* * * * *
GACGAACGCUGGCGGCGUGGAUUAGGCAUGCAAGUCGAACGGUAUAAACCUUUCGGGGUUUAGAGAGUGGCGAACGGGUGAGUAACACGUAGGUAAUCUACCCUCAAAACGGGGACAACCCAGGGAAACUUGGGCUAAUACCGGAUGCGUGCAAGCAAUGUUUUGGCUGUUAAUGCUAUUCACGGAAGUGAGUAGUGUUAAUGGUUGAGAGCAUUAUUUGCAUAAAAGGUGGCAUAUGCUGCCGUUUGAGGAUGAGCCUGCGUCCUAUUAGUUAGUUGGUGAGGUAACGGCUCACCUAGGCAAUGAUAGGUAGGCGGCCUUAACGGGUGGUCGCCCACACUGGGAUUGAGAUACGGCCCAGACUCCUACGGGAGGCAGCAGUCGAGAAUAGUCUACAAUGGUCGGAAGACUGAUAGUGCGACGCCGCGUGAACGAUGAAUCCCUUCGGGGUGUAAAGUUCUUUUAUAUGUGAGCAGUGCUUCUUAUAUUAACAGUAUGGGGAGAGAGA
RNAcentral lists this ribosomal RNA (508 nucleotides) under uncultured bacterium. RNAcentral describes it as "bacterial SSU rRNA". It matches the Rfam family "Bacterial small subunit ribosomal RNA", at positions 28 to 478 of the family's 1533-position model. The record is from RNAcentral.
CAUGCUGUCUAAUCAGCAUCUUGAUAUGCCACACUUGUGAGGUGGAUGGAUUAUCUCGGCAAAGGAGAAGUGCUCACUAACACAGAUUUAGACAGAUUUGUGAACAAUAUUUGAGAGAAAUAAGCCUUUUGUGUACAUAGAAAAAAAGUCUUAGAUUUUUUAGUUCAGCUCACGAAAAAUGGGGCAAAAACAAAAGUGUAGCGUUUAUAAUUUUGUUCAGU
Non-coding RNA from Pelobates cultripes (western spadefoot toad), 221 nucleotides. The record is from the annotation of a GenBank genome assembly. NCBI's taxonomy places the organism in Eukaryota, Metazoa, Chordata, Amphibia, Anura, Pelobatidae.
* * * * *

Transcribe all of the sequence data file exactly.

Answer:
GACGAACGCUGGCGGCGUGGAUUAGGCAUGCAAGUCGAACGGUAUAAACCUUUCGGGGUUUAGAGAGUGGCGAACGGGUGAGUAACACGUAGGUAAUCUACCCUCAAAACGGGGACAACCCAGGGAAACUUGGGCUAAUACCGGAUGCGUGCAAGCAAUGUUUUGGCUGUUAAUGCUAUUCACGGAAGUGAGUAGUGUUAAUGGUUGAGAGCAUUAUUUGCAUAAAAGGUGGCAUAUGCUGCCGUUUGAGGAUGAGCCUGCGUCCUAUUAGUUAGUUGGUGAGGUAACGGCUCACCUAGGCAAUGAUAGGUAGGCGGCCUUAACGGGUGGUCGCCCACACUGGGAUUGAGAUACGGCCCAGACUCCUACGGGAGGCAGCAGUCGAGAAUAGUCUACAAUGGUCGGAAGACUGAUAGUGCGACGCCGCGUGAACGAUGAAUCCCUUCGGGGUGUAAAGUUCUUUUAUAUGUGAGCAGUGCUUCUUAUAUUAACAGUAUGGGGAGAGAGA
RNAcentral lists this ribosomal RNA (508 nucleotides) under uncultured bacterium. RNAcentral describes it as "bacterial SSU rRNA". It matches the Rfam family "Bacterial small subunit ribosomal RNA", at positions 28 to 478 of the family's 1533-position model. The record is from RNAcentral.
CAUGCUGUCUAAUCAGCAUCUUGAUAUGCCACACUUGUGAGGUGGAUGGAUUAUCUCGGCAAAGGAGAAGUGCUCACUAACACAGAUUUAGACAGAUUUGUGAACAAUAUUUGAGAGAAAUAAGCCUUUUGUGUACAUAGAAAAAAAGUCUUAGAUUUUUUAGUUCAGCUCACGAAAAAUGGGGCAAAAACAAAAGUGUAGCGUUUAUAAUUUUGUUCAGU
Non-coding RNA from Pelobates cultripes (western spadefoot toad), 221 nucleotides. The record is from the annotation of a GenBank genome assembly. NCBI's taxonomy places the organism in Eukaryota, Metazoa, Chordata, Amphibia, Anura, Pelobatidae.